This recent study provides some insight into the relationship of indoor air quality and respiratory health. It is clear that higher indoor air pollution leads to an increase in the severity of asthma symptoms. But do we really know any more about what leads to the problems and what to do about it?
Researchers from Johns Hopkins University have found an association between higher indoor particle levels and increases in asthma severity in children. Their study published in the February 2009 edition of Environmental Health Perspectives is one of the first to analyze indoor pollution levels and respiratory health outcomes. (“In-Home Particle Concentrations and Childhood Asthma Morbidity,” M. McCormack, P. Breysse, E. Matsui, N. Hansel, D. Williams, J. Brosnan, P. Eggleston, G. Diette; 117: 294-298).)
The researchers followed 150 asthmatic children from inner-city neighborhoods in Baltimore. The children were aged 2 to 6. Their environments were analyzed for 6 months. Ninety-one percent of the participants were African-American from lower socio-economic backgrounds and spent most of their time indoors.
Air measurements were taken in the children’s homes to determine both fine particle (less than 2.5 micrometers in diameter) and coarse particle (between 2.5 and 10 micrometers in diameter) concentrations. The measurements were taken over a three day period at the start of the study, after 3 months and at 6 months.
There were some striking correlations between indoor particle concentrations and increased asthma symptoms. For every 10 micrograms per cubic meter of air (ug/m3) increase in coarse particle concentration, there was a 6 percent increase in the number of days of cough, wheeze, or chest tightness. For every 10 ug/m3 increase in fine particle concentrations there was a 7 percent increase in wheezing severe enough to limit speech and a 4% increase in days when rescue medication was needed. In many cases the levels of fine particle concentrations were twice as high as the outdoor limits set by the EPA.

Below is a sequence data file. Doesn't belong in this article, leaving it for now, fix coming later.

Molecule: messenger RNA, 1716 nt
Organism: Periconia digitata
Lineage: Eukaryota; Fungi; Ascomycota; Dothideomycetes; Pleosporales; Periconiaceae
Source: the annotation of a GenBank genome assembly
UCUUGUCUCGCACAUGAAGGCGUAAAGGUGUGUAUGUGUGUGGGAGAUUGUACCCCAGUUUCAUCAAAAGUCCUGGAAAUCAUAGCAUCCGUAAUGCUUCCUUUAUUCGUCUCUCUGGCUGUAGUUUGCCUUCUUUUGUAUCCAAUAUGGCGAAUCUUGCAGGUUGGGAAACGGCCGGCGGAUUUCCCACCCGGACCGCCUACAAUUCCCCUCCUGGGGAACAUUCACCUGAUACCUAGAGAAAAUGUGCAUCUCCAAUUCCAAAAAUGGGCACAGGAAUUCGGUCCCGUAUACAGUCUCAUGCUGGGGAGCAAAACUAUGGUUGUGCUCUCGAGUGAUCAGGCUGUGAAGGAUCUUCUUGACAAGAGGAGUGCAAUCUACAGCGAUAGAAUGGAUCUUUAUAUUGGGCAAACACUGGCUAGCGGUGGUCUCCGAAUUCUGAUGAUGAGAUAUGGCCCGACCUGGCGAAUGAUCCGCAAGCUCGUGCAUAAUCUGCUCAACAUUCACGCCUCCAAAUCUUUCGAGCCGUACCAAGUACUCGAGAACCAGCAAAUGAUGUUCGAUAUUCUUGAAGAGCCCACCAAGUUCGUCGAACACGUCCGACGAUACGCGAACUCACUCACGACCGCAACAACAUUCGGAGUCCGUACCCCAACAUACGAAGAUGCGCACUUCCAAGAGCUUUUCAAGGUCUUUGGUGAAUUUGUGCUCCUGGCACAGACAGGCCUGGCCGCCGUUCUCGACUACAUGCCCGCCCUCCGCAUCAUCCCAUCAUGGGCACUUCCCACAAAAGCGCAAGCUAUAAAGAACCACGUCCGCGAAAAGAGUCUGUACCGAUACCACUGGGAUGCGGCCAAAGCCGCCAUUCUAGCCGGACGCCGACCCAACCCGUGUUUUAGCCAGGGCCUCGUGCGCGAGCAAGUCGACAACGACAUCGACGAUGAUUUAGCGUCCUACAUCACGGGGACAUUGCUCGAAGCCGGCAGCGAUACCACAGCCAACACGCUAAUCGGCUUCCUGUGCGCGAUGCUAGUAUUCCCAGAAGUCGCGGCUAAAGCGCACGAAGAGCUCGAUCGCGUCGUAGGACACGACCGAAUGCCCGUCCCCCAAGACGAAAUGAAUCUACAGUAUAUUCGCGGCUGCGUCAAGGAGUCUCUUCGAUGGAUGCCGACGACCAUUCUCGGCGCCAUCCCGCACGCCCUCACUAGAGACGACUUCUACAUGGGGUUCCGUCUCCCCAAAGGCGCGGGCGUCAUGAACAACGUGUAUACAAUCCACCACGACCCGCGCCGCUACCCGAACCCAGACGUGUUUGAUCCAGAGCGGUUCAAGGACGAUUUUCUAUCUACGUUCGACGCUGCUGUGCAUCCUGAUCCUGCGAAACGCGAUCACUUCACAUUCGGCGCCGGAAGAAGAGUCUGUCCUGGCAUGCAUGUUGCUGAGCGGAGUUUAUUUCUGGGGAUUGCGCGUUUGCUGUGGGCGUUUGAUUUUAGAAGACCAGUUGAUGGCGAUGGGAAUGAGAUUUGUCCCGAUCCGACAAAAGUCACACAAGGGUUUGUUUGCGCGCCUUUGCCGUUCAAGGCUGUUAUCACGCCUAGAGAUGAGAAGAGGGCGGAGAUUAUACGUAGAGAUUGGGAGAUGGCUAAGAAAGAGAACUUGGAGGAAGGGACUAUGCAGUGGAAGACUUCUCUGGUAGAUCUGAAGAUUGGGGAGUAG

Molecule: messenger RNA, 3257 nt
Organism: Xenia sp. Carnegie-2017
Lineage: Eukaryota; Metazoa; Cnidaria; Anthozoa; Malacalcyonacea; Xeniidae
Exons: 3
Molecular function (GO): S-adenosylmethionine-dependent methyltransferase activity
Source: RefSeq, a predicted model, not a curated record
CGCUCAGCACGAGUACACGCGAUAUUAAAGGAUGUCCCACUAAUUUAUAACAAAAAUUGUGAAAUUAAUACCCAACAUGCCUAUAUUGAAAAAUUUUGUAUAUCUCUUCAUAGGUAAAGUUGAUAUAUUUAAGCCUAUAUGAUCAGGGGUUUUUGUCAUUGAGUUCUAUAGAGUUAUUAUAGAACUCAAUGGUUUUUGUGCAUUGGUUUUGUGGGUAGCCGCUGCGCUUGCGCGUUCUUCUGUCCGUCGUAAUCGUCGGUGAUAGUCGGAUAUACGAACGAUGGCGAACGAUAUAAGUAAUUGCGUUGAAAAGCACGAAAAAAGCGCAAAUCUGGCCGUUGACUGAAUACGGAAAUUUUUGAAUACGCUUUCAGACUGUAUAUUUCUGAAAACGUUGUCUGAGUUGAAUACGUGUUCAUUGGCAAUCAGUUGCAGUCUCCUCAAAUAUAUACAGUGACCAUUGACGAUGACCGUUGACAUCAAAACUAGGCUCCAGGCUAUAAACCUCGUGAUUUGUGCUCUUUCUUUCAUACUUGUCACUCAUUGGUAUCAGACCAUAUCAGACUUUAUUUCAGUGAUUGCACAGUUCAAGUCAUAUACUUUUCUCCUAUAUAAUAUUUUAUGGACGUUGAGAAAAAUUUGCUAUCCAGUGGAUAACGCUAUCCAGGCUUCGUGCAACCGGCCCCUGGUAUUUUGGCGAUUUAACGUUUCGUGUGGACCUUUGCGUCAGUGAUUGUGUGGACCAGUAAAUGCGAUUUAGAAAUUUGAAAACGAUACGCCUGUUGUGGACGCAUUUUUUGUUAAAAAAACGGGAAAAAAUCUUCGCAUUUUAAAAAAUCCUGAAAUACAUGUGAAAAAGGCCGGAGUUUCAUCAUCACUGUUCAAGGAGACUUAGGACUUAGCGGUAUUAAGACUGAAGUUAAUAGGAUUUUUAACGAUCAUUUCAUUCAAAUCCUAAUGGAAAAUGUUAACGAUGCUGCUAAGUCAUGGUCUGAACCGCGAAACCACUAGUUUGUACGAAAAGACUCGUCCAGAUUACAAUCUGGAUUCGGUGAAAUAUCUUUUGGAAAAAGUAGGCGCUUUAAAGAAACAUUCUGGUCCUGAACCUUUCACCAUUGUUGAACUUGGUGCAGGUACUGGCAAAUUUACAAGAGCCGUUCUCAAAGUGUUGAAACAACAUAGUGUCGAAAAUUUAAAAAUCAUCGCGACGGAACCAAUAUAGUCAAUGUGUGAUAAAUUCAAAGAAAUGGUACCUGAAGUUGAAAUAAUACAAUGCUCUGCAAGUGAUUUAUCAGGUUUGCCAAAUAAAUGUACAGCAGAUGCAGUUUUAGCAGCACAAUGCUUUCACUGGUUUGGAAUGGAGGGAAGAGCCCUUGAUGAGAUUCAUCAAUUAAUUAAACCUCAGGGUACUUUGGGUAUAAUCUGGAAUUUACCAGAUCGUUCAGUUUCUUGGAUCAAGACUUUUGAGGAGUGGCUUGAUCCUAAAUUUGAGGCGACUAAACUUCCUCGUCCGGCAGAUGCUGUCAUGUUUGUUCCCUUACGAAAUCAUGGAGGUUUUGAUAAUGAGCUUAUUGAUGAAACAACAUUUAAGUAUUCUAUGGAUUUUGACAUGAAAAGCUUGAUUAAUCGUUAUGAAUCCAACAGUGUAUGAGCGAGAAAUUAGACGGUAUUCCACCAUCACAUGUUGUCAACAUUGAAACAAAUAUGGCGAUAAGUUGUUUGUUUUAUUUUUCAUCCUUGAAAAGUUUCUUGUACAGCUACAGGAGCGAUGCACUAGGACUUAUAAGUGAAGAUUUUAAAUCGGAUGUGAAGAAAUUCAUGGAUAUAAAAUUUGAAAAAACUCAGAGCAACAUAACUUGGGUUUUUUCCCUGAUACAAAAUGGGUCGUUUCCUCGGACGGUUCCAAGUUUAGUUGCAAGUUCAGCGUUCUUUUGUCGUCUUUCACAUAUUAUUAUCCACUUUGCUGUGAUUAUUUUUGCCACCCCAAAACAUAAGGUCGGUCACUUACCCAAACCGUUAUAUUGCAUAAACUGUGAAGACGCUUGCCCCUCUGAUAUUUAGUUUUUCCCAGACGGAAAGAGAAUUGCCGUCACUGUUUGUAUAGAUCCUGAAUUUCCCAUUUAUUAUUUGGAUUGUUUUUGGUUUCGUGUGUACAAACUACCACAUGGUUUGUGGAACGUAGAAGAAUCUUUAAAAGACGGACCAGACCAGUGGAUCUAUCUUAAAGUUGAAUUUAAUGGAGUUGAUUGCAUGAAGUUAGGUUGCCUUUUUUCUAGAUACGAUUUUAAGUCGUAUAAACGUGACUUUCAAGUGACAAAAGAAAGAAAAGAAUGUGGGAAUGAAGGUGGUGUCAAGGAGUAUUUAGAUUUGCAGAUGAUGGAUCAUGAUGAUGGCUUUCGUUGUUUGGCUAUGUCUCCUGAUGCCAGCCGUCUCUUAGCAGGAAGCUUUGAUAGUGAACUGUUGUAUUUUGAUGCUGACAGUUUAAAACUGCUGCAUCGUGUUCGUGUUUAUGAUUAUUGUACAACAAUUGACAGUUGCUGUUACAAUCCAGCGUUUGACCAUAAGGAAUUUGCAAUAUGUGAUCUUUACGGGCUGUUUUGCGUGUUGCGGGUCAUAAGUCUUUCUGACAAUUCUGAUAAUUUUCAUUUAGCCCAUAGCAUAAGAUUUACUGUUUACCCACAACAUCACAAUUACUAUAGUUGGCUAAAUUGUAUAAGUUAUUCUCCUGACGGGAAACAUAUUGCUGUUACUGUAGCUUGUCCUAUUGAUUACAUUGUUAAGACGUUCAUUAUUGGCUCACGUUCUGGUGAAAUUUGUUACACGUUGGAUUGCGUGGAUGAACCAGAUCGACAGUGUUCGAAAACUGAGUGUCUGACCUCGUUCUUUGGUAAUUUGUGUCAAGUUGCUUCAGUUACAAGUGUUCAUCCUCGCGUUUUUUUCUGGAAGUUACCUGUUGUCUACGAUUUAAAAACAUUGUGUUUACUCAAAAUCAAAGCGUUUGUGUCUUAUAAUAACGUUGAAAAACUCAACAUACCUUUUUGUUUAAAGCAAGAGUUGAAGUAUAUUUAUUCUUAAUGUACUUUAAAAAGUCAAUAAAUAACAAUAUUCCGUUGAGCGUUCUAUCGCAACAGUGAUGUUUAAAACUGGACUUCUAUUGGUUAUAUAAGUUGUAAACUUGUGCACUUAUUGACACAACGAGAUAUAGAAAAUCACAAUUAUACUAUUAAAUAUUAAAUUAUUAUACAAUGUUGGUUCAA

While the study gives greater weight to the arguments to clean-up indoor air, it has its limitations. The fact that the Johns Hopkins team found a relationship between higher particle counts and increased asthma symptoms is not particularly helpful in terms of determining what exactly needs to be done to accomplish the goal of better indoor air quality.
For example, what actually was going on in those homes that had the much higher particle concentrations? Was there smoking by inhabitants? Were the windows open most of the time? What were the outdoor particle counts? Were there visible signs of mold or cockroach infestation? How close were the study participants living to freeways or other sources of air pollution? What was the chemical composition of the particles measured?
A recurring problem in Indoor Air research is “connecting the dots” between specific indoor behaviors and actions and health outcomes. This study comes tantalizingly close to providing information on specific steps that could be taken. Instead it just confirms our knowledge of the general problem of indoor air pollution and respiratory health. Hopefully, follow-up studies by this team will address these issues.